Wednesday, March 29, 2017

“Stranded” by Loretta Diane Walker

Songs of Eretz Poetry Review is pleased to present “Stranded” by Loretta Diane Walker, the winner the 2016 Phyllis Wheatley Book Award for poetry for her collection In This House.  “Stranded” was a finalist in the 2017 Songs of Eretz Poetry Award Contest.

Walker received a BME from Texas Tech University and earned an MA from The University of Texas of the Permian Basin.  She teaches music in Odessa, Texas, where the Heritage Council of Odessa recently named her “Statesman in the Arts”.  Walker is a recent breast cancer survivor. She believes this is one of the greatest gifts in her life.

In addition to a previous appearance in Songs of Eretz  http://eretzsongs.blogspot.com/search?q=Loretta+Diane+Walker, Walker’s work has appeared in numerous publications, most recently: River of Earth and Sky: Poems for the 21st Century, Her Texas, Texas Poetry Calendar, Pushing Out the Boat International Journal, San Pedro River Review, Illya’s Honey, Red River Review, Diversity: Austin International Poetry Festival, Boundless Poetry: Rio Grande Valley International Poetry Festival, Pushing the Envelope: Epistolary Poems,  Perception Literary Magazine, Connecticut River Review, The Houston Poetry Festival, Bearing the Mask: Personal Poems of the Southwest, and Yellow Chair Review.  Her manuscript Word Ghetto won the 2011 Bluelight Press Book Award.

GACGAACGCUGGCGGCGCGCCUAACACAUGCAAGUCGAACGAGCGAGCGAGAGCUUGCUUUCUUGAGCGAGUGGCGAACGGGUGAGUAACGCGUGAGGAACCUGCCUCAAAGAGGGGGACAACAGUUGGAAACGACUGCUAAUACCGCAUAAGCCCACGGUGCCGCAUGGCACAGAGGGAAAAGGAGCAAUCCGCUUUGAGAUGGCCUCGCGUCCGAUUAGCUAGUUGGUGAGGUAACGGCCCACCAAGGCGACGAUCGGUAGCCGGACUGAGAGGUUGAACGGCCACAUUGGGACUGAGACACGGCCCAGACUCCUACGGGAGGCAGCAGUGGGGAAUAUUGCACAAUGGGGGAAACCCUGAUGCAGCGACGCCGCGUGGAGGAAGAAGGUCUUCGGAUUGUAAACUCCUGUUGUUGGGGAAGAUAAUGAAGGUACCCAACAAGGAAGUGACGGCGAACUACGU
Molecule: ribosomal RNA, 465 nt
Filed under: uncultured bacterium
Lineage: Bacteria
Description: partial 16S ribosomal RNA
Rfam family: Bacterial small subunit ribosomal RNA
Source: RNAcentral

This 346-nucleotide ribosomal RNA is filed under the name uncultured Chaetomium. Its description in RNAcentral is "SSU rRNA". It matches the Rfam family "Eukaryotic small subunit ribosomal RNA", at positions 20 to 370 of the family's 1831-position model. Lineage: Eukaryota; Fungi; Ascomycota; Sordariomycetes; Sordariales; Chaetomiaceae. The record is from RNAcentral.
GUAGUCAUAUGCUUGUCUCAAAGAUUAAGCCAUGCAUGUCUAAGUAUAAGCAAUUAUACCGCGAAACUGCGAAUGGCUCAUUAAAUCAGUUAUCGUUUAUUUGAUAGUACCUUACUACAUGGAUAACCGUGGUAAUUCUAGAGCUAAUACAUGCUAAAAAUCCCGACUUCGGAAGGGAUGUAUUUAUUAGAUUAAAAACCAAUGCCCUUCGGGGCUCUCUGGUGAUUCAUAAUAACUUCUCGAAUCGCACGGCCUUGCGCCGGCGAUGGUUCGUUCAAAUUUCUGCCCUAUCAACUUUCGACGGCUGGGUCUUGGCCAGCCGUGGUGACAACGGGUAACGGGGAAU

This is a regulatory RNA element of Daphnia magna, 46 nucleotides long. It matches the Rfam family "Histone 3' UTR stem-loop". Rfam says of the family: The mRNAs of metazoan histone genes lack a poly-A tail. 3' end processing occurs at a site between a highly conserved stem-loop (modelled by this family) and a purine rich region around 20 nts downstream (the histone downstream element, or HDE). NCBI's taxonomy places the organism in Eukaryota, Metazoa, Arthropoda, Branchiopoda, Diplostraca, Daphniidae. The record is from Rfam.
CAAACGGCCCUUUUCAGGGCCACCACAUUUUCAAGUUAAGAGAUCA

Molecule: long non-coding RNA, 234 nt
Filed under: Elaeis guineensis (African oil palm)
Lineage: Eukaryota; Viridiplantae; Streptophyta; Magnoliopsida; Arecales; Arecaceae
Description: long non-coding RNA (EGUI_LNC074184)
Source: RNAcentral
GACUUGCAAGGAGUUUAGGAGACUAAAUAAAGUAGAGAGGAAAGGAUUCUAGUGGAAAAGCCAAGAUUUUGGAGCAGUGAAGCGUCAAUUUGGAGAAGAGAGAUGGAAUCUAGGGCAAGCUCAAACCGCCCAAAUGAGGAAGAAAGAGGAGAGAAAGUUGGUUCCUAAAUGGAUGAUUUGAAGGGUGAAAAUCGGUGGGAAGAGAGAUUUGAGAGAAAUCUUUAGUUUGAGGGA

Stranded
Loretta Diane Walker

 "Give yourselves to the air, to what you cannot hold."
~ Rainer Maria Rilke ~ Sonnets to Orpheus, Part 1, IV

Your tiny fists curl into eternity.
She longs to feel your tears on her shoulders,
hungry cries echoing in the yawning loneliness of her ears.
She wants to walk the floors with you in her arms.
She will accept fatigue as companion if…
If only…
 
She is stranded on an island of memory.
Marooned with thoughts of your head
thrusting through her thighs,
hands reaching for the lamp of morning,
and the earth swallowing your small coffin.
She watches others escape into the mocking horizon.
For three months the air was your playmate.
When she held you, you kicked-boxed
with its nitrogen filled stomach.

On this hot spring afternoon, she stares out the window;
your name is quiet on her tongue.
Rain was loose with her favors this season.
A riot of bluebonnets and Indian Paint Brush stagger
across the Texas hillside; their petal-heads scream beauty.
Little One, do me a favor.
Loose your forgiveness in the mouth of your playmate;
your mother needs to feel it.
She lives her life ashamed of happiness.
She lives her life clutching a memory she cannot hold.

Poets Notes: Ten years ago my niece and her husband lost their only son due to respiratory problems. He was three-months old.  They have four girls and live full lives, but genuine happiness seems to escape my niece. It teeters around her. When we have family gatherings, she reminds us that she has five children. We have not forgotten him; we have learned to live fully. I desire that for her, too. I wish there were some way her baby boy could give her permission to live a happy, full life.

Editor's Note:  What a moving elegy!  The narrative comes across as being based upon personal experience, as sadly it turns out to be.  Such genuineness is one of the hallmarks of a great poem.

Comments by Contest Judge Caryn Mirriam-Goldberg, PhD:  Right away, I was drawn to some of the very unique images, such as “....the earth swallowing your tiny coffin” and how much it conveyed in the size. “For three months the air was your playmate” is also very evocative (and heartbreakingly beautiful). The address to the little one in the final stanza is also very tender, and repeating the “She lives her life...” works well in showing the tension between what's lost and how life goes on regardless. Most of all, I was moved by the plea for forgiveness and peace that permeate this whole poem.

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